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The characters are shown in this section to be rather shallow. Myrtle in particular is depicted as being insincere.
When she is given a compliment on her dress, she rejects the compliment and says that the dress is just an old thing that she throws on from time to time. Knowing that Myrtle is here on Tom's dime, as it were, we know also that this dress is special and she could not afford it without Tom's help.
Myrtle's insincerity is an important part of her character. She has aspirations that she does not wait to live out, though this means that she is doing some "play acting" to achieve this end as she does in this scene.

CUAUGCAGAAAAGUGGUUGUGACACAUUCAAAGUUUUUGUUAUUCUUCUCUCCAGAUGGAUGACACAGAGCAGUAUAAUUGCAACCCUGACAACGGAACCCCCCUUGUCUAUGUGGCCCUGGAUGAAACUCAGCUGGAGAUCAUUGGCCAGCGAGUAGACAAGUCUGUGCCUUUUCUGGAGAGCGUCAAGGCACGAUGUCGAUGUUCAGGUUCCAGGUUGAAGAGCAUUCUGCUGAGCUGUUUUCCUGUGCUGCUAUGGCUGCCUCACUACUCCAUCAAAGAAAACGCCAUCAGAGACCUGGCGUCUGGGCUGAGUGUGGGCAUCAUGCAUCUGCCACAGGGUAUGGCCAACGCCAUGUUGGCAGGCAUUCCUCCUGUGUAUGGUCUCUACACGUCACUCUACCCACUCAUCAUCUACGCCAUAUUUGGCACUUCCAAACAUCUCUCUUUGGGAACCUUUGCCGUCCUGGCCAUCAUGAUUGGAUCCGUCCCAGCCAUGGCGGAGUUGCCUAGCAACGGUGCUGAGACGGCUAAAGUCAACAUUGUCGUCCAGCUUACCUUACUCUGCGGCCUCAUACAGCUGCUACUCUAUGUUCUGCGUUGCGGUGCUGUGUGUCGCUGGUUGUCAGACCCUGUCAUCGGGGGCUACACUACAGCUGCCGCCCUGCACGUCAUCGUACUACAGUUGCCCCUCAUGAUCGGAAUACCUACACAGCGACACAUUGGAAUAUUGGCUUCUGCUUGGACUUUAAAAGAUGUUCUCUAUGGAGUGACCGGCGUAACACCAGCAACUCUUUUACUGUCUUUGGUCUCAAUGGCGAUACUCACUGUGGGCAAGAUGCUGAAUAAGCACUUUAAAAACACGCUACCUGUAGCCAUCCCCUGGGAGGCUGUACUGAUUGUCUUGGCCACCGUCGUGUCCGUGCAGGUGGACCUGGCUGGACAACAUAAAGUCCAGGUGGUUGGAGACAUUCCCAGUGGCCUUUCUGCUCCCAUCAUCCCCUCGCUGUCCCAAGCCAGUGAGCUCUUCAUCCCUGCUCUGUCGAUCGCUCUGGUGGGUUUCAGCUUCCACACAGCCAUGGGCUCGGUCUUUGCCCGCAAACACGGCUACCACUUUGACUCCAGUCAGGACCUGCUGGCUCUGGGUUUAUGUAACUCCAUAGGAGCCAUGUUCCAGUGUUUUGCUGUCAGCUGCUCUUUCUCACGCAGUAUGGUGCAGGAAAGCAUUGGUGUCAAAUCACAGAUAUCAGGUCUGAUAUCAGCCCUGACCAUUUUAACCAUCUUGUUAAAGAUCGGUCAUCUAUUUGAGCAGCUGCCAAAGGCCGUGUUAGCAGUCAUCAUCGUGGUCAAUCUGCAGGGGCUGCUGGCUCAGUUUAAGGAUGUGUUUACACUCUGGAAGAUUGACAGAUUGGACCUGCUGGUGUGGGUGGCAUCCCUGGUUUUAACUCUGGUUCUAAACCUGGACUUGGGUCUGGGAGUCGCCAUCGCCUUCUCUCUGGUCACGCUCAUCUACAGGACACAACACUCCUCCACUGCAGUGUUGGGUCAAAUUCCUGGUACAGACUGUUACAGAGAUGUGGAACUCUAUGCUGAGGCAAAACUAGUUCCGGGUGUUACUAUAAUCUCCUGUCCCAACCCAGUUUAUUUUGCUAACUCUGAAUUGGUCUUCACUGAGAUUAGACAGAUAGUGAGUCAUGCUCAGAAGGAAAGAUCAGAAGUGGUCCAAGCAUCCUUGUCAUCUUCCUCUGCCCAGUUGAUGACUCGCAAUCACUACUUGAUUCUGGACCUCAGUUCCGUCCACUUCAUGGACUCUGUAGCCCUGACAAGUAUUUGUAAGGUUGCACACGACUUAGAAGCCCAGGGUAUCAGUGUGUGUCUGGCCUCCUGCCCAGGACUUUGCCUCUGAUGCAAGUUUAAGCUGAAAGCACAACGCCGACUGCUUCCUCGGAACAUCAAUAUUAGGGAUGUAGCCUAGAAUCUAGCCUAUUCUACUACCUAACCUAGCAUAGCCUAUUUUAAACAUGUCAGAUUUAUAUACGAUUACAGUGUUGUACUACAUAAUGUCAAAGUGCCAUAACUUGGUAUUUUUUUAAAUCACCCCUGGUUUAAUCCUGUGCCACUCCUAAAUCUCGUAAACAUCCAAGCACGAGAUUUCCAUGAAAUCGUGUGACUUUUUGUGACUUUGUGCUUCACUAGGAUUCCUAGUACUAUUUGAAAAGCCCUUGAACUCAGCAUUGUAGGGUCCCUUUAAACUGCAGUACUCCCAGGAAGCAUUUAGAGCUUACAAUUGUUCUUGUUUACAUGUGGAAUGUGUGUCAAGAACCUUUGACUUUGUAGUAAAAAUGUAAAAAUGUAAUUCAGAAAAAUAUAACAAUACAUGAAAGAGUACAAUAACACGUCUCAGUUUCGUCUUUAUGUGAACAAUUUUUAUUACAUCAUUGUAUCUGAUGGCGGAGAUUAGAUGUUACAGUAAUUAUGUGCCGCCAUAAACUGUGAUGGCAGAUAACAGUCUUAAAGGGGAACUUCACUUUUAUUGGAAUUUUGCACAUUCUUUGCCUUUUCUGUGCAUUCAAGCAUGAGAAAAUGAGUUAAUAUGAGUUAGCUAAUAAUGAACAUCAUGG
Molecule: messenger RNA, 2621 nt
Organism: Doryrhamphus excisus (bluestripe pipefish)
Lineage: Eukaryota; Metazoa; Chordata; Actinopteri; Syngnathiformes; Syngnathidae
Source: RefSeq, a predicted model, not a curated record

The other characters fare somewhat better than Myrtle here, but Tom is shown in his gruffness and his hostile indifference to the concerns of others and to culture. He sneers at the artist, Mr. Mckee. Tom's sense of superiority is reinforced in this passage and is a significant part of his character (making empathy with him very difficult).
The derision that Tom displays is approved of by Catherine, Myrtle's sister. The little cabal in New York is thoroughly tawdry, slightly tinged by what the players see as a positive fantasy, and, to the reader, clearly in bad taste.
In all this, Nick has little to no part, merely observing the bad behavior of his hosts.
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